From the Editor

  1. Chlorine Mishap Sends 50 Water Treatment Workers To Hospital

    A rare incident at an Alabama drinking water treatment plant had scary results for workers last week.

  2. Don’t Let A Water Crisis Boil Over

    No utility wants to issue a Boil Water Notice, but if it does happen, it’s important to get it right. Even if your utility has had a long, unblemished record of delivering high-quality water, a mishandled contamination event will leave a bad taste in your customers’ mouths (so to speak).

  3. Colorado City Latest To Adopt Direct Potable Reuse

    As sustainability becomes more critical and the technology for reusing wastewater more available, communities across the country are implementing direct potable reuse (DPR) treatment systems. A relatively small community in Colorado, along with several others dotted around the nation, are demonstrating an uptick in DPR implementation.

  4. L.A. Has $2B Plan To Reuse All Of Its Wastewater

    The mayor of Los Angeles wants to position his city at the forefront of the sustainable wastewater treatment movement. But getting it there will be no easy task.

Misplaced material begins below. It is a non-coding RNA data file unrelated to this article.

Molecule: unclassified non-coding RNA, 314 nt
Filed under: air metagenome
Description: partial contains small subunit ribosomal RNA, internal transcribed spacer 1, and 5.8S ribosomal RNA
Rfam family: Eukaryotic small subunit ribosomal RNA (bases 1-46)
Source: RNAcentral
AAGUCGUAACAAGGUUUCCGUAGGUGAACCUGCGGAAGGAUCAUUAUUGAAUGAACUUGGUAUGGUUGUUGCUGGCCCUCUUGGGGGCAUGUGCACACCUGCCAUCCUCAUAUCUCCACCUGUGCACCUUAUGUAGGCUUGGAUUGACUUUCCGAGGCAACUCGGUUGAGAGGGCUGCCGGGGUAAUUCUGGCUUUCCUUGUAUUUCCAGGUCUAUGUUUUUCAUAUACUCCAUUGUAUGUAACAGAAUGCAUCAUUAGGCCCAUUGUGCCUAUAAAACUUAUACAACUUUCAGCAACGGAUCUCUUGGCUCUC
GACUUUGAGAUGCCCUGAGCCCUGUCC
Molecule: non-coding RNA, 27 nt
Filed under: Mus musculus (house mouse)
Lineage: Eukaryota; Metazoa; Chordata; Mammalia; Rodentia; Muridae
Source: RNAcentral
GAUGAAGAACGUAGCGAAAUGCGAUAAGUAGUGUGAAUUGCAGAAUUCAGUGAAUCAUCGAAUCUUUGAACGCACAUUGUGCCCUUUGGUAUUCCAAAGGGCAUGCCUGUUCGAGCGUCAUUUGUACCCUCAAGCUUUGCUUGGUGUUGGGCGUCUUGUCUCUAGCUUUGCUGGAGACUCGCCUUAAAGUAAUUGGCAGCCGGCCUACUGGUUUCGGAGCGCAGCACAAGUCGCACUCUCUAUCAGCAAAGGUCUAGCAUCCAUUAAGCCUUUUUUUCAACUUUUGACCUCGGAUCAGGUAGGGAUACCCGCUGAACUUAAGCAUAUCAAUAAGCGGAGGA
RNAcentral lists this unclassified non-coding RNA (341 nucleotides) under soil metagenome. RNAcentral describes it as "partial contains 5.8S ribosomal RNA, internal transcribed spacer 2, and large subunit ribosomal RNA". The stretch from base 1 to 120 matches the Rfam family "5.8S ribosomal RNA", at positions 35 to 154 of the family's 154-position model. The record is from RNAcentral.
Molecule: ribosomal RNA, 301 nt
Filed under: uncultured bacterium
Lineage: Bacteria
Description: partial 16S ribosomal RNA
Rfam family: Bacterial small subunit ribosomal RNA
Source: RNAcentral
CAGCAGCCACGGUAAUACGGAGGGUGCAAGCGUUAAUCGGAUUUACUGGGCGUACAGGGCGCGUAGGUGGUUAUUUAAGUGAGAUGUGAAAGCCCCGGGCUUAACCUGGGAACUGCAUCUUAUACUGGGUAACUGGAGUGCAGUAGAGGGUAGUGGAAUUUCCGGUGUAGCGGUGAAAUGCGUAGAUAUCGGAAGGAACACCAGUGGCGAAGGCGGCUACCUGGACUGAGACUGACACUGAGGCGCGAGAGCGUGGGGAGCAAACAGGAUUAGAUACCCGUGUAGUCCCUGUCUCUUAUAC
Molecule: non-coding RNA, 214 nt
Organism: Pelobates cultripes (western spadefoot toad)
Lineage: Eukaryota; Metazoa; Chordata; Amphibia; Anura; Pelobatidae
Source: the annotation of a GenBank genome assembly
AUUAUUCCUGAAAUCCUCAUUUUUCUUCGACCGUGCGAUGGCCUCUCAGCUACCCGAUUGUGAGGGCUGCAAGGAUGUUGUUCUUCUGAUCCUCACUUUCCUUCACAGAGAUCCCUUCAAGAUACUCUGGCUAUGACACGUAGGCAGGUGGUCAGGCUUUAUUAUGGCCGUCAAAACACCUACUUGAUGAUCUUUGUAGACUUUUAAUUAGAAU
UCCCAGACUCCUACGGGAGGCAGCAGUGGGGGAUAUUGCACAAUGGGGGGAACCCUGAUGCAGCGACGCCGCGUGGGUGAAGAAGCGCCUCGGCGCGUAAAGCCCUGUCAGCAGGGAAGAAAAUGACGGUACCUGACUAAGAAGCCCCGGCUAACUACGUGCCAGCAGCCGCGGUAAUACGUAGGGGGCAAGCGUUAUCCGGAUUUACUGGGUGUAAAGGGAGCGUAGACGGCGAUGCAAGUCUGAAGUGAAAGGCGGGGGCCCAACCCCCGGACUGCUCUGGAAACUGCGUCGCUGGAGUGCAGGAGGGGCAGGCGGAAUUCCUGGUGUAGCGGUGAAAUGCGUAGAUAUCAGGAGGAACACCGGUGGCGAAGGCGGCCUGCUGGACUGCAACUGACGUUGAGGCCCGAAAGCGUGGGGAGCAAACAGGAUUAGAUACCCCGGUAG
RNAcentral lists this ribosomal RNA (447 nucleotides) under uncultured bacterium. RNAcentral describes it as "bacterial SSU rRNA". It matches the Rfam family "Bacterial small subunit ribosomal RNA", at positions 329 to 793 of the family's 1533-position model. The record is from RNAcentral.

5. PFAS Contamination Issue Taken Up By Local Regulators

    The presence of per- and polyfluoroalkyl substances (PFAS) in drinking water is creating concern among utilities, regulators, and consumers around the country. With little clear direction from federal lawmakers, some local agencies are stepping up to tackle the issue themselves.

  6. Utah City Recovers From Drinking Water Ban Caused By Fluoride Spill

    Following a fluoride pump malfunction in the water system, residents in Sandy City, UT, were told not to drink their water. Now, local regulators are faced with questions about what went wrong and why locals weren’t notified sooner.

  7. Value Of Water Campaign Releases Three-Year Progress Report

    It’s no secret to those within the U.S. water treatment industry: the ability to deliver clean drinking water is wholly dependent on the nation’s infrastructure for doing so. But much of the general public is unaware of just how critical this buried infrastructure is.

  8. Long Island Faces $840 Million Cost To Fight 1,4-Dioxane In Drinking Water

    Long Island has faced 1,4-dioxane contamination in its drinking water for months. Now, there is a whopping price tag attached to dealing with the problem.

  9. Debate Rages Over The Value Of Acquired Water Systems In Kentucky

    There will always be some debate between public officials and privately-run water and wastewater systems. In Kentucky, this has manifested into controversy over a new bill.

  10. After 7 Years Under Consent Decree, Jackson, MS Still Struggling With Sewage Overflow

    It’s not uncommon for the U.S. EPA to step in when local wastewater operations struggle to adequately remove pollutants before releasing effluent into waterways. In Mississippi, however, even that federal intervention has failed to yield enough progress.